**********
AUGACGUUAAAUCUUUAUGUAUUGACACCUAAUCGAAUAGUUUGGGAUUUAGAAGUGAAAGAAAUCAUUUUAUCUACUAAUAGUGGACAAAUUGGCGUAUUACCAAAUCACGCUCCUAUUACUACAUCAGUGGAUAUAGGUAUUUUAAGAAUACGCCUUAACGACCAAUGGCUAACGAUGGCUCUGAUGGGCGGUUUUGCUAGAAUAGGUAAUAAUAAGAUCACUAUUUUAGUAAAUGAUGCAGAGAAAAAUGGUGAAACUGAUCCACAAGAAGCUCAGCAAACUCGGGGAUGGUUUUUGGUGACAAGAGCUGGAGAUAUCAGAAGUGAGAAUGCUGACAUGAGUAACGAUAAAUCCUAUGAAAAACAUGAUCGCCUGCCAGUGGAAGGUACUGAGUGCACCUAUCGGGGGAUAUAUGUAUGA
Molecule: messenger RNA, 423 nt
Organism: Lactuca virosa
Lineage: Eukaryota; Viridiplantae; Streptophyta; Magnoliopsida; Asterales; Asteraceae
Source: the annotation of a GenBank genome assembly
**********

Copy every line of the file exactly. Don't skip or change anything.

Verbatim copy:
AUGACGUUAAAUCUUUAUGUAUUGACACCUAAUCGAAUAGUUUGGGAUUUAGAAGUGAAAGAAAUCAUUUUAUCUACUAAUAGUGGACAAAUUGGCGUAUUACCAAAUCACGCUCCUAUUACUACAUCAGUGGAUAUAGGUAUUUUAAGAAUACGCCUUAACGACCAAUGGCUAACGAUGGCUCUGAUGGGCGGUUUUGCUAGAAUAGGUAAUAAUAAGAUCACUAUUUUAGUAAAUGAUGCAGAGAAAAAUGGUGAAACUGAUCCACAAGAAGCUCAGCAAACUCGGGGAUGGUUUUUGGUGACAAGAGCUGGAGAUAUCAGAAGUGAGAAUGCUGACAUGAGUAACGAUAAAUCCUAUGAAAAACAUGAUCGCCUGCCAGUGGAAGGUACUGAGUGCACCUAUCGGGGGAUAUAUGUAUGA
Molecule: messenger RNA, 423 nt
Organism: Lactuca virosa
Lineage: Eukaryota; Viridiplantae; Streptophyta; Magnoliopsida; Asterales; Asteraceae
Source: the annotation of a GenBank genome assembly